Having now completed the stories of the seventeen children of Reuben and Sallie Cohen, I can return to Reuben’s siblings, the other children of my great-great-grandparents Jacob and Sarah Cohen. Reuben was their sixth child, followed by three daughters, Maria, Hannah, and Elizabeth, about whom I have already written. That means we are up to Jacob and Sarah’s tenth child, Lewis.
Lewis was born March 20, 1862, and grew up with his siblings at 136 South Street. In 1880 when he was eighteen years old, he was working as a clerk, presumably with his brothers in his father’s pawnshop. In 1886 when he was twenty-four he married Carrie Dannenbaum. At that time he was working with his brother Joseph as a pawnbroker at 1001 South 10th Street and living at 404 South Second Street. By 1910, Lewis and Carrie had a daughter Helen, who was listed as being sixteen, and they were all living at 2144 Green Street. Lewis’ pawnshop was still on South 10th Street at 1537, where he remained for another decade or more.
The only real wrinkle I encountered in researching Lewis was a strange entry in the 1920 census. On that census, Lewis and Carrie are listed as living with a son named Isidor Solis Cohen, 23 years old, who was working as a clerk in a department store. If Lewis and Carrie had a 23 year old son in 1920, then where was he in 1910 when he was thirteen?
I could not find any later record for him either. I found him on two other ancestry.com family trees as Lewis and Carrie’s son, but aside from the 1920 census, the only records relied on for support on those trees referred to different Isidor Cohens—one whose parents were born abroad and one whose parents were born in New York, whereas both Lewis and Carrie had been born in Pennsylvania.
The only source used on those trees aside from the 1920 census that referred to Isidor as Isidor Solis Cohen was a World War I draft registration, but on that form Isidor listed his contact person as J. Solis Cohen, MD.
A quick search revealed that Jacob Solis Cohen was a prominent Philadelphia surgeon whose family had come to the United States far earlier than my Cohen family and from Russia, not England. I found Isidor living with Jacob Solis Cohen on the 1910 census along with his numerous siblings. It seemed pretty clear to me that Isidor Solis Cohen was not the son of Lewis and Carrie, but of Jacob Solis Cohen, MD.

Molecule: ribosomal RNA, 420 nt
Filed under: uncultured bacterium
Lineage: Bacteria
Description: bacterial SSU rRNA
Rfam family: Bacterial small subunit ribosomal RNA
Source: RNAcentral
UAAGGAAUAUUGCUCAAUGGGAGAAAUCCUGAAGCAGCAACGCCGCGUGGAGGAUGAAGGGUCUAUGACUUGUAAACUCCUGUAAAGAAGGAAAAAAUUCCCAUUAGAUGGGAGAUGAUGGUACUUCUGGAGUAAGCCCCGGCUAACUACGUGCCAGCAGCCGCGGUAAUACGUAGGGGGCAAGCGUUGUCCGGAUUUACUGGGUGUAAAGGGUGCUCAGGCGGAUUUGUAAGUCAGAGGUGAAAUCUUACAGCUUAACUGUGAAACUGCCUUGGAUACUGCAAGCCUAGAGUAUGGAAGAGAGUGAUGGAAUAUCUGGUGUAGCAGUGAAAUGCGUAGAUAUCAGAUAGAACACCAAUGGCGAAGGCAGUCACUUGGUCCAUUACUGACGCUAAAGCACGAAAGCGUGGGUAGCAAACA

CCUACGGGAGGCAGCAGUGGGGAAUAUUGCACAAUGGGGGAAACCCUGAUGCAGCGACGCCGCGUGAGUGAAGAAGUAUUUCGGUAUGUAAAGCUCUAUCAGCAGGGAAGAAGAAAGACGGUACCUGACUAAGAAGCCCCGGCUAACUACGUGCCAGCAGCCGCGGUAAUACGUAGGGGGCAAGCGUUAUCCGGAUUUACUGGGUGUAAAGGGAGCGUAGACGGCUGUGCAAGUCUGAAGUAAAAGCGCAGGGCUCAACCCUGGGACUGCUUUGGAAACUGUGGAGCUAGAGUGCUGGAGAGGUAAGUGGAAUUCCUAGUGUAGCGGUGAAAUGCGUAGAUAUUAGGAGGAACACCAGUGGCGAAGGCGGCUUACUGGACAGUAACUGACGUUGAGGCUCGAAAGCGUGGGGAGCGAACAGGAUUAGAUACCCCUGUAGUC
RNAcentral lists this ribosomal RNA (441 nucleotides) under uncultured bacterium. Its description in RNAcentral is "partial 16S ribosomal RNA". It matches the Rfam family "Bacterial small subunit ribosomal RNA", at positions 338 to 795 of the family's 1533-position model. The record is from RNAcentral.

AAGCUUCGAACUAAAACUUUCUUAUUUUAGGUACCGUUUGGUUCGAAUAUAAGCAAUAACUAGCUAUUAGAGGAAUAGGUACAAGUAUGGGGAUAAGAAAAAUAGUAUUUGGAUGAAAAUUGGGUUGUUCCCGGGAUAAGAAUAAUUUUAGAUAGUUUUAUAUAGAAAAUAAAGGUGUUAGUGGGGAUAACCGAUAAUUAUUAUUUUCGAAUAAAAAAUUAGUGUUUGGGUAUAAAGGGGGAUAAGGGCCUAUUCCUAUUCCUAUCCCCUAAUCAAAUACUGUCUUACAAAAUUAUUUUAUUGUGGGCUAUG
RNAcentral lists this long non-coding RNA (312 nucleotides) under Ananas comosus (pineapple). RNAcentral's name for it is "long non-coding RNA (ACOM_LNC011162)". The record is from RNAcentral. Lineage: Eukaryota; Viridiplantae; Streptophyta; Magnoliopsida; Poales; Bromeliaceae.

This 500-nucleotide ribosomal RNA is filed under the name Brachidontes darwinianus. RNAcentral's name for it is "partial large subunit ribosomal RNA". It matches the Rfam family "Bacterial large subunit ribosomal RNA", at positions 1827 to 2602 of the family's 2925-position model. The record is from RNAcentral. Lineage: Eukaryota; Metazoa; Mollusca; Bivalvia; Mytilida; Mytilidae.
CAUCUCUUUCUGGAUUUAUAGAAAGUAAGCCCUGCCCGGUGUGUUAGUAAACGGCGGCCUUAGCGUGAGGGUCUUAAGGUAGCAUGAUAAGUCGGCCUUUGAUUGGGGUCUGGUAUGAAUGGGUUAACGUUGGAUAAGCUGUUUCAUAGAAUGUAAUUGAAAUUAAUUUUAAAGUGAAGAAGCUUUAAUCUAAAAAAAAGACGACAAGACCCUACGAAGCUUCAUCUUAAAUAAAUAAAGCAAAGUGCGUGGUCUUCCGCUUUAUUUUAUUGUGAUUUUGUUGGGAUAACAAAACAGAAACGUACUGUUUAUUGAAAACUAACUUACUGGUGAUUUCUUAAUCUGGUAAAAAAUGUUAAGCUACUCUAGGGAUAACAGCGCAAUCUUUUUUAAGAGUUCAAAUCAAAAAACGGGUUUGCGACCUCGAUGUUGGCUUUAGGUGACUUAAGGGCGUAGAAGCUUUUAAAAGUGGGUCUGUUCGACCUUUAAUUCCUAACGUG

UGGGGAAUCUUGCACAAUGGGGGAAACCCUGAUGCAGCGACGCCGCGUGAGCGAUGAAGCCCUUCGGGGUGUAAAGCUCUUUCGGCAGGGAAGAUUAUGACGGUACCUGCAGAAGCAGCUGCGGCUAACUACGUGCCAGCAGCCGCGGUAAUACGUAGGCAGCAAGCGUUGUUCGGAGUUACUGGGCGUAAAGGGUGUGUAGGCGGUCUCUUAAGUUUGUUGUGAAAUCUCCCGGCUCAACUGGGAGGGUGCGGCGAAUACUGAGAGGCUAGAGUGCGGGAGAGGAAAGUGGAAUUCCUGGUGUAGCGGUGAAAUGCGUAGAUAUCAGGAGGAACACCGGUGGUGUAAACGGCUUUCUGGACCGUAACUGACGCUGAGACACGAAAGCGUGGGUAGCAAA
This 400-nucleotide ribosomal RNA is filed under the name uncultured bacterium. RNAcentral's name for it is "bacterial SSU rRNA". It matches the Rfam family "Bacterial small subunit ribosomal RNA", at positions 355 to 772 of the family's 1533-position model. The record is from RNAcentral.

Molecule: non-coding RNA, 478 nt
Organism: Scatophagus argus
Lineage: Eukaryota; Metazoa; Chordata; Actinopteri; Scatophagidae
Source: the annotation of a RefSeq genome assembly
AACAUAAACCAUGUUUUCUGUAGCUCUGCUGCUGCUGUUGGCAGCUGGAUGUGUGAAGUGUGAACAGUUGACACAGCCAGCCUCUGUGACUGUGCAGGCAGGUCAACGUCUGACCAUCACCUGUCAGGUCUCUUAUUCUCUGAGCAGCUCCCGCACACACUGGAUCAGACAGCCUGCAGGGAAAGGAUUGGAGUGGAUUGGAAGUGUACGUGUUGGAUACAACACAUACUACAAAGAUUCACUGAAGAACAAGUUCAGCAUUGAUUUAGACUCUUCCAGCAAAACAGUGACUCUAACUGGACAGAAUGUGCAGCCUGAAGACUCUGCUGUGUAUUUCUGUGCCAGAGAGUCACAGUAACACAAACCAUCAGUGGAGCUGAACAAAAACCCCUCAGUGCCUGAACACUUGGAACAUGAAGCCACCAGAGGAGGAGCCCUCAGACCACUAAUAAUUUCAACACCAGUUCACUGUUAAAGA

So how did he end up living with Lewis and Carrie in 1920? Or was this just some strange mistake by the census taker? When I dug deeper and searched for the Solis Cohen family in 1920, I found something rather odd. Except for one brother who had married between 1910 and 1920 and one sister who was hospitalized, all of Isidor’s siblings and his father Jacob were living at 2113 Chestnut Street, but their listings were spread throughout separate pages of the census for the enumeration district. Jacob was listed with one daughter; three daughters were listed together on a different page; and one brother, Myer Solis Cohen, was listed not only apart from his sisters and father, but with two people a few years older than he named Ramsburgle. What made that even stranger was that Myer, aged 42, was listed as the son of the Ramsburgles, aged 49 and 48. Unless there was some truly miraculous event, there was no way Myer was their son.
Mixed in between the census pages listing all the other Solis Cohens was a page that listed Isidor as Lewis and Carrie’s son. The address was not 2113 Chestnut, but an apartment building called the Coronado located on the same block at 22nd Street and Chestnut. All of these inconsistencies in this enumeration district convinced me that the listing of Isidor as the son of Lewis and Carrie was wrong, just as the listing of his brother Myer as the son of the Ramsburgles was wrong.